In Georgia race, Republicans battle as Democrat chases upset

ATLANTA (AP) — A Georgia special congressional campaign has become an internal conservative squabble, with a national conservative group blasting a Republican establishment favorite as a big-spending "career politician," while other GOP hopefuls argue over who's most loyal to President Donald Trump.

It's enough to leave national Republicans nervous they could lose the traditionally conservative suburban Atlanta district where Trump underperformed, with any upset certain to embolden Democrats ahead of the 2018 midterm elections.

Former Georgia Secretary of State Karen Handel was the initial GOP favorite among the 18 total candidates vying to replace Tom Price, who resigned to serve as Trump's health secretary. Now Handel finds herself targeted with a six-figure attack ad from the conservative Club for Growth, which is casting her as just another big-spending politician.

Handel dismisses the broadsides — for example, that she spent $2 million "planting trees to beautify government properties" — as a warped view of budget votes while she was commission chairman for Fulton County, which includes nearly all of Atlanta. She points out that she shepherded balanced budgets without the property tax hike her Democratic colleagues wanted, adding: "The people of the 6th District know and what I've done."

Washington-based Club for Growth has endorsed Handel's rival Bob Gray. The wealthy technology executive models his pitch after Trump, pledging to be a "willing partner" for the billionaire president. In one TV spot, Gray dons hip waders and literally drains a swamp, a reference to Trump's catchphrase. But Gray also is jousting with rivals who say he originally preferred Florida Sen. Marco Rubio for president.

"Lyin' Bob," quips Bruce LeVell, a jeweler who ran Trump's national diversity coalition and regularly defended him on cable news. "There's no one in this race that has a relationship with the president like Bruce LeVell," says LeVell.

Meanwhile, all 11 Republican candidates are looking up at Jon Ossoff, a 30-year-old Democrat who has raised at least $8.3 million. The eye-popping figure affirms Ossoff as a focus of the disparate anti-Trump movement around the country. He's also got an army of volunteers that even includes actress Alyssa Milano, who helped woo voters to early polling locations.

All 18 candidates from both parties will appear on one April 18 primary ballot, with polls suggesting that Ossoff will lead the first round of voting. Republicans are aiming to keep Ossoff below the majority required to win outright, forcing a two-person runoff — basically a Republican v. Democrat general election — on June 20.

Around the country, Democrats will look in 2018 to reverse Republicans' 237-193 House majority, and Georgia's 6th district is a model for suburban areas that could determine House control.

National Republicans and their aligned political organizations frame Ossoff, a former congressional staffer turned investigative filmmaker, as an inexperienced, ambitious climber certain to be a "rubber stamp" for House Democratic leader Nancy Pelosi. The leading spender is the Congressional Leadership Fund, backed by Speaker Paul Ryan. The PAC has plowed at least $2.2 million into Georgia.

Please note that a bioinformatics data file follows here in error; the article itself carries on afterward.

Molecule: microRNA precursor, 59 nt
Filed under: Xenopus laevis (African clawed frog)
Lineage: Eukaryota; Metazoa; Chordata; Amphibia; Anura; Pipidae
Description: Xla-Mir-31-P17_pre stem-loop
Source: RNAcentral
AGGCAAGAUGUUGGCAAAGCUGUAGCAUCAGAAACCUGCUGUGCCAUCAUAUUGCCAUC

But the Republicans actually in the race have yet to turn their full attention to Ossoff, and none of them can match his money advantage, including multimillionaire candidates spending their own money.

Handel, who's raised about $500,000, spends most of her time highlighting her resume, but she still uses her latest TV spot to accuse "the other guys in this race" of "playing games."

Gray, in turn, tweaks Handel for touting private sector experience when her name recognition comes from time in public office. "Nobody knew who I was eight weeks ago," he boasts.

Former state Sen. Judson Hill pokes at Gray for running as an outsider yet avoiding mentioning his tenure as a local elected official. That detail is absent from Gray's official campaign bio. "Is the city councilman a politician or not?" Hill asks.

Asked about his allegiance to Trump, Gray declined to tell the Associated Press who won his vote in Georgia's presidential primary, calling the matter a distraction and emphasizing his volunteer activity for Trump's general election campaign.

Another Republican, former state Sen. Dan Moody, is banking on support from Georgia Sen. David Perdue. Appearing in an endorsement ad, Perdue tells conservatives Moody is "one of us." Moody also has thrown subtle elbows: One of his TV spots features an elephant — the GOP mascot — wearing a giant pearl necklace, an allusion to Handel and her signature accessory.

The national Republican Party isn't taking sides, but has 15 staffers in Georgia and a paid advertising campaign encouraging the district to "vote Republican." Party officials say they want to stoke Republican turnout to drive up the majority threshold Ossoff would need to win a primary outright.

Handel, meanwhile, laughs off the barbs, even the mockery of her pearls.

"The real opponent here," she says, "is Jon Ossoff."

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| Apr. 8, 2017 2:55 PM EDT

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